I will be happy to talk to him about the Civil Law (Costs in Probate Matters) Bill 2017 and see if we can facilitate time during the next week or the week after-----
----- and to work with him on that matter.
Senator Richmond raised the very important matter of Malta and the death of a journalist. As the Senator rightly said, Malta is a member state and an EU partner state that we are calling to account here. It is important that we have that matter addressed.
Senator Lawlor referred to the education and training fund and I will be happy to bring the Minister to the House on that matter.
Both Senators Gallagher and Murnane O'Connor never cease to amaze me in the way in which they come to the House with their contributions. The Minister appointed a beef task force with an independent chairman. The Minister was never going to attend last Tuesday.
They never said that there was a €300 million beef data and genomics programme or a €200 million beef environmental efficiency pilot. They failed to mention the €78 million in exceptional aid to beef farmers, a restoration to areas of national constraint scheme worth €250 million, €85 million in targeted schemes supporting sustainable beef farming in budget 2020 and, that in the event of a no-deal Brexit, an extra €85 million has been flagged for immediate support for farmers. None of that was said.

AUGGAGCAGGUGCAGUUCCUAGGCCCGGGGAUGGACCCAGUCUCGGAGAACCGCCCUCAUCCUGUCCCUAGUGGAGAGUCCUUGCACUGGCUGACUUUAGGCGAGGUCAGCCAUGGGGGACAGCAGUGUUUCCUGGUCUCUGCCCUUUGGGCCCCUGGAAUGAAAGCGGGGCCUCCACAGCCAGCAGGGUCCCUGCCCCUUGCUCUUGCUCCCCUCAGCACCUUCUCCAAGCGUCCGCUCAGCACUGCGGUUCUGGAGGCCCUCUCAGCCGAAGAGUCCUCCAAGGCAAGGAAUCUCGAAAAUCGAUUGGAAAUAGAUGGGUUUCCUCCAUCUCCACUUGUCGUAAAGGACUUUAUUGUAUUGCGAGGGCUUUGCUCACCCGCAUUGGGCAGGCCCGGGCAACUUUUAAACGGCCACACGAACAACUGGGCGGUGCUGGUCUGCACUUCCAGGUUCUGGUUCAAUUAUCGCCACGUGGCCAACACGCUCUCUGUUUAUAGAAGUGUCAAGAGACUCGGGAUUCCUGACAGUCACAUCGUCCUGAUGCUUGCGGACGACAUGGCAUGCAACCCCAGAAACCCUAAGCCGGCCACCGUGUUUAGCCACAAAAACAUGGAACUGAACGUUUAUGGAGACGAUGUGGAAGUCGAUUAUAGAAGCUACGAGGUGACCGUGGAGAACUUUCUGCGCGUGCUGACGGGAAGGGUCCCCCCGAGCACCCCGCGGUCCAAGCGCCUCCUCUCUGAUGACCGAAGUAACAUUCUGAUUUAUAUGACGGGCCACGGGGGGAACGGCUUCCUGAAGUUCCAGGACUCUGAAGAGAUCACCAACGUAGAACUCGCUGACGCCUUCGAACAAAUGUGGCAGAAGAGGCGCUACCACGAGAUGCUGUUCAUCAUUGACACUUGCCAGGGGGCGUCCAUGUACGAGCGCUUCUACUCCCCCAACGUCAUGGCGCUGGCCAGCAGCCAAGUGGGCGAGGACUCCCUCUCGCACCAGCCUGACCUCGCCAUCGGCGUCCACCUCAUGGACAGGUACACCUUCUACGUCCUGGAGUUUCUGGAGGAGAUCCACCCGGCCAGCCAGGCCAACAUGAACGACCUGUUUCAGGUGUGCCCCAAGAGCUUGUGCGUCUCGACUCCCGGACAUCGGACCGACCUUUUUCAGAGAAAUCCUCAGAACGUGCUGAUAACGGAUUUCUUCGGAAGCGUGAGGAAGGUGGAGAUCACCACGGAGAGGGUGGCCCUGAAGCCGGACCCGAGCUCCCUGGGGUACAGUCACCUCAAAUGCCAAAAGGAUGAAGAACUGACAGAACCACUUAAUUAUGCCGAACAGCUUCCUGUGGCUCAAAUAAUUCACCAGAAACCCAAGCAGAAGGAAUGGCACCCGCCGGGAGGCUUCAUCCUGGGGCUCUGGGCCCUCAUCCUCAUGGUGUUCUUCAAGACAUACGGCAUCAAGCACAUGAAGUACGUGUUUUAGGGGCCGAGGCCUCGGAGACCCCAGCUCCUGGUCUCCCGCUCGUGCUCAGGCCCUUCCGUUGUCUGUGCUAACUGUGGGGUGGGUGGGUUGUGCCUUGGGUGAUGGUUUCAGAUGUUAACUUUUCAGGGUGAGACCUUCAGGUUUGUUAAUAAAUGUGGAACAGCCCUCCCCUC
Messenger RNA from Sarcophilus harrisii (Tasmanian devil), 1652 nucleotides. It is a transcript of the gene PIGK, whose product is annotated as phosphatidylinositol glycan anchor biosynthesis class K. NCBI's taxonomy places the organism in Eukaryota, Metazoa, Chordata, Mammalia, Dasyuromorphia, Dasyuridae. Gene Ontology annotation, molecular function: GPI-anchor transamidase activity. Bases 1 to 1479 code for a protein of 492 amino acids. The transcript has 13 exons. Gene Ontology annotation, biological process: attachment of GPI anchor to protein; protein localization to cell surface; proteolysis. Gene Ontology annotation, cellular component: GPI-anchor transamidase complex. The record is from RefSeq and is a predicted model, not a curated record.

Some €1.14 billion has been given to support 120,000 beef farmers.
My final point to both of the Senators is that if one is buying a second-hand tractor or a new piece of machinery, one does not back to the salesman who sold one a dud the first time.Fianna Fáil is offering more of the same. Fianna Fáil and the Green Party.
Senator Humphreys has come in again this morning regarding St. Joseph's and addressed a very important matter. He acknowledged that my office and I have been in contact with the office of the Minister for Health. I am disappointed that a meeting has not been arranged for which I apologise. I will endeavour to ensure that a meeting takes place with Senator Humphreys on the matter. We have endeavoured to get a meeting. I ask the Senator to again allow me, after today's Order of Business, to contact the office of the Minister for Health and I will see what I can get out of that discussion.
I wish to say to Senator Murnane O'Connor that the Minister for Health is meeting the Irish Pharmacy Union today. I assure the Senator that all of us support the whole issue of community pharmacies.
I congratulate Senator Byrne on her stewardship of the mayoral election plebiscite in Limerick. It was a credit to her, unlike the Fianna Fáil Party and its leader who absented themselves in Cork. They played politics with the city of Cork and the future of local government in Cork. Disappointingly, the option was not passed in Cork but it was narrowly defeated in Cork and Waterford. In Cork, the defeat was primarily because the Fianna Fáil Party played politics. I commend Senator Byrne for the work that she played in Cork.
Senator Humphreys has proposed an amendment to the Order of Business, "That a debate with the Minister for Health on services at St. Joseph's, Shankill, County Dublin, be taken today". However, the amendment was not seconded in debate and, consequently, falls.